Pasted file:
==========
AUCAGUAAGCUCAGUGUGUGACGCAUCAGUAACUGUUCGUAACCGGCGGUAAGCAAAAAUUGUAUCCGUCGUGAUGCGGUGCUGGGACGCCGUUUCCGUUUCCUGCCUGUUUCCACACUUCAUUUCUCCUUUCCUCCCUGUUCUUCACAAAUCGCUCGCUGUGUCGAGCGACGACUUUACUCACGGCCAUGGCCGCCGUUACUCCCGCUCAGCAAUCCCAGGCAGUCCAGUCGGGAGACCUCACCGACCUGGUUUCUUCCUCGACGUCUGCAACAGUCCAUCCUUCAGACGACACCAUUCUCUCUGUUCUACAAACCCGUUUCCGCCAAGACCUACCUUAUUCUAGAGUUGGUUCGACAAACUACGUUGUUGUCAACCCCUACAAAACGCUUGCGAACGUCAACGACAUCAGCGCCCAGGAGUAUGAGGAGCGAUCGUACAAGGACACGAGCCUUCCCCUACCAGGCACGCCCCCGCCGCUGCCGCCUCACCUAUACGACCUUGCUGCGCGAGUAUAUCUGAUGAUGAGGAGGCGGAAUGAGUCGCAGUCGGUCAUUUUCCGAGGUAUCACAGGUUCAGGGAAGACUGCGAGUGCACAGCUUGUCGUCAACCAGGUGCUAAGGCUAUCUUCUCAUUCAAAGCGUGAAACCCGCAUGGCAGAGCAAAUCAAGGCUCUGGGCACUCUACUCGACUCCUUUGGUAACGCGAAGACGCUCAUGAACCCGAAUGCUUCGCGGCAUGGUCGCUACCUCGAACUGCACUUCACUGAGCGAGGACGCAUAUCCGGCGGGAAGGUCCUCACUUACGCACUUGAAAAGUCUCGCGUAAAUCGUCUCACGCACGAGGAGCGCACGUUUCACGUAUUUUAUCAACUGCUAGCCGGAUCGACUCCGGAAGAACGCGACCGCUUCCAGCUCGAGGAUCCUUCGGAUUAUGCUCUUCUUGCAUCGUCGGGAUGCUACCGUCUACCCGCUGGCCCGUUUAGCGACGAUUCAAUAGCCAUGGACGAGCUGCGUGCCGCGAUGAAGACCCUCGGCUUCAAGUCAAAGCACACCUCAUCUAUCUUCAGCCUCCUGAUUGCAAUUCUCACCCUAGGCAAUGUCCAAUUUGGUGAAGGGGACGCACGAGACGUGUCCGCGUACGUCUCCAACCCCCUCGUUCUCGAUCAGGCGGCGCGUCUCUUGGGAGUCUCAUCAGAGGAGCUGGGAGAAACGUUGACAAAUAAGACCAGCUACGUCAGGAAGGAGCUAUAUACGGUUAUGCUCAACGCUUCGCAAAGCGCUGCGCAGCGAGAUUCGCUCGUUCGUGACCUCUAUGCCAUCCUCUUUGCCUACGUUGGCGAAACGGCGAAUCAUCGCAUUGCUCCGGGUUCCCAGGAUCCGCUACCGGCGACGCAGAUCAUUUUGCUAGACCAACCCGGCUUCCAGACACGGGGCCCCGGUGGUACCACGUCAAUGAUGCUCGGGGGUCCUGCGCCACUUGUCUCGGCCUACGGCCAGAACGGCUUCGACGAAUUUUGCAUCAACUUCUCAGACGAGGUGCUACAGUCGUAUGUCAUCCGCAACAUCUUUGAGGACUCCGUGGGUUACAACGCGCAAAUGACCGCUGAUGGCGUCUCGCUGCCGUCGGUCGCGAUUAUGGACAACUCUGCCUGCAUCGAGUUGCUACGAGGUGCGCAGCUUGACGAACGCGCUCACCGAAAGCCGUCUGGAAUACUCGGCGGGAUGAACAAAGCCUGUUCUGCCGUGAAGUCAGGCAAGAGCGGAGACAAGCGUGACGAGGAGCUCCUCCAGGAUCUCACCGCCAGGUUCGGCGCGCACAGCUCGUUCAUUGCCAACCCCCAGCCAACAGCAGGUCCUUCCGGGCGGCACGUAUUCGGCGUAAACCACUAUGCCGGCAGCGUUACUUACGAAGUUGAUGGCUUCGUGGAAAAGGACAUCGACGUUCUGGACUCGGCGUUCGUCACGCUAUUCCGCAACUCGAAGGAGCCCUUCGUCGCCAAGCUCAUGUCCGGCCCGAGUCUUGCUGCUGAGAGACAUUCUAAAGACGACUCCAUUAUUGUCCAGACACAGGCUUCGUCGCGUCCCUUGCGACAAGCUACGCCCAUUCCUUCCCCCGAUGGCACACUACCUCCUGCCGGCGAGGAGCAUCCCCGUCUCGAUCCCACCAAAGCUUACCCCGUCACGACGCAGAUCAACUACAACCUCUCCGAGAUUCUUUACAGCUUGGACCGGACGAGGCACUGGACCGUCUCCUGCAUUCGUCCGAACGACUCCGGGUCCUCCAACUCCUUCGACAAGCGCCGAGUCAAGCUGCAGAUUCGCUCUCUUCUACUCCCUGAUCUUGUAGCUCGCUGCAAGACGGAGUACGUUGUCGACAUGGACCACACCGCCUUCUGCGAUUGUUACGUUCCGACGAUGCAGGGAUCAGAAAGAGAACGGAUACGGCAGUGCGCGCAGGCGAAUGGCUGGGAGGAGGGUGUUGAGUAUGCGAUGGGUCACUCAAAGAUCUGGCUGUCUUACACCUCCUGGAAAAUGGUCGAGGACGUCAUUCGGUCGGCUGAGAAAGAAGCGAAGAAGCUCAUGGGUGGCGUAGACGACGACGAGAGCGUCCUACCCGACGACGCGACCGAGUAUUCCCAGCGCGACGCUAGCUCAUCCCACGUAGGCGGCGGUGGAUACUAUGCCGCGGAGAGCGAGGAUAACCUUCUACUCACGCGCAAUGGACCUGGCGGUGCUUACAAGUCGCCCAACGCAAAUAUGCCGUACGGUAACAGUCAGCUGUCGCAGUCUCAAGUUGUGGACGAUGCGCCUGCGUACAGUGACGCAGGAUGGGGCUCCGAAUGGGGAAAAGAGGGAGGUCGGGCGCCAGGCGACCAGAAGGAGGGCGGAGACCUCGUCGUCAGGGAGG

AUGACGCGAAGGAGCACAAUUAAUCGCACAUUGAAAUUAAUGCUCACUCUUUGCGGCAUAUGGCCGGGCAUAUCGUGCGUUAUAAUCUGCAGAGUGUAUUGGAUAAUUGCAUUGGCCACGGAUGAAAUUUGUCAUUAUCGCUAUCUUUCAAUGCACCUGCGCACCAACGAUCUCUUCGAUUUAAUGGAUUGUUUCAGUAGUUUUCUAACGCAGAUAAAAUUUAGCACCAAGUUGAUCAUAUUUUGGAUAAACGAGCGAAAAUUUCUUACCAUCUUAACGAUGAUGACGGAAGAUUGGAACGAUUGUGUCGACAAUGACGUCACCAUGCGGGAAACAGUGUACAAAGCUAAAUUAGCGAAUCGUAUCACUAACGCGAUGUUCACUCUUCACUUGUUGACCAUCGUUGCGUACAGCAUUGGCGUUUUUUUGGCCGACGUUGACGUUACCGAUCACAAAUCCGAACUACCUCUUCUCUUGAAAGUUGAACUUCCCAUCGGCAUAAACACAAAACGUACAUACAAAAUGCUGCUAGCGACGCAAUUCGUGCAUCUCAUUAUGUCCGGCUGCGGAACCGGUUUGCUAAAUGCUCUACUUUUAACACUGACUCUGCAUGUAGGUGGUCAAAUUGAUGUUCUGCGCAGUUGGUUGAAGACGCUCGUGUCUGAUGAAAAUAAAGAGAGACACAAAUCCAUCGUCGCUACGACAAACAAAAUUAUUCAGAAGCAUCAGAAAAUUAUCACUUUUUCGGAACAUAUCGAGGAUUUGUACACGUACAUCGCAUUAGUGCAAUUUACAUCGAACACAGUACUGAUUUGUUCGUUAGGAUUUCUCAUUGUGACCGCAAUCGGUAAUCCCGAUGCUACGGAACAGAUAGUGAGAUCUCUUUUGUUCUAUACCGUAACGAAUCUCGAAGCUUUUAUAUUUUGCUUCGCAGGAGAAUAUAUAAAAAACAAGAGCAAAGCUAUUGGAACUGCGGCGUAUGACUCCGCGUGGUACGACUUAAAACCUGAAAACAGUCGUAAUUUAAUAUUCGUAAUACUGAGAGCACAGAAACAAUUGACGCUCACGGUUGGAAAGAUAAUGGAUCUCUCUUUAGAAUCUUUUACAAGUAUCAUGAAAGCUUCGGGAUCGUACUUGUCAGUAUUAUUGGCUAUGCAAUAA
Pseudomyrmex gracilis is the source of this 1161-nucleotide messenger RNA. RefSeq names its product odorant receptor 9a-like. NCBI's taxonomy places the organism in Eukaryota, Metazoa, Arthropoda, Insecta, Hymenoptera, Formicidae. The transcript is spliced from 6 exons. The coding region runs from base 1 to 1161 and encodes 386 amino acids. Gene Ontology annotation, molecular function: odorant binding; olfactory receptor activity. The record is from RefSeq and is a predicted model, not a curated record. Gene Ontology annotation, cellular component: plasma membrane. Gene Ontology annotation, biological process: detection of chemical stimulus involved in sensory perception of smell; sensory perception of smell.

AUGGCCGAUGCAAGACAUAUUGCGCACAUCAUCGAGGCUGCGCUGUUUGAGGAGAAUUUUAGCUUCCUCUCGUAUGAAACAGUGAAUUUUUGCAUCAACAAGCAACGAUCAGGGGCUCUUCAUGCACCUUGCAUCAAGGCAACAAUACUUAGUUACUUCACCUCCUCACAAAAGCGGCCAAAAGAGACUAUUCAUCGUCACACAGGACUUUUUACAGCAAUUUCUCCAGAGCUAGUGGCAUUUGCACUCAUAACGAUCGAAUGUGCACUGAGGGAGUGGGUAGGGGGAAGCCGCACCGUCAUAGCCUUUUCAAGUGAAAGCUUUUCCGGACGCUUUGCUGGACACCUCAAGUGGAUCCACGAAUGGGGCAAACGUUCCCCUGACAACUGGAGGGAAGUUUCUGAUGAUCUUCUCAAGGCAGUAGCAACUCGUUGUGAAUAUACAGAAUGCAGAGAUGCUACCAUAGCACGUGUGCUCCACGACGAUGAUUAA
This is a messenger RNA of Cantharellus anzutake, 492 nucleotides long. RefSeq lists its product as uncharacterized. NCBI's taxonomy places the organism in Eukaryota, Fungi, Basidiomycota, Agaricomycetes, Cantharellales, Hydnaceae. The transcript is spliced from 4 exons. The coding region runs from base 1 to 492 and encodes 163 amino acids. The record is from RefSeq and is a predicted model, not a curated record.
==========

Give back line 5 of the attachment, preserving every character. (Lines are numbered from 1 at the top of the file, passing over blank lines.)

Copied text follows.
This is a messenger RNA of Cantharellus anzutake, 492 nucleotides long. RefSeq lists its product as uncharacterized. NCBI's taxonomy places the organism in Eukaryota, Fungi, Basidiomycota, Agaricomycetes, Cantharellales, Hydnaceae. The transcript is spliced from 4 exons. The coding region runs from base 1 to 492 and encodes 163 amino acids. The record is from RefSeq and is a predicted model, not a curated record.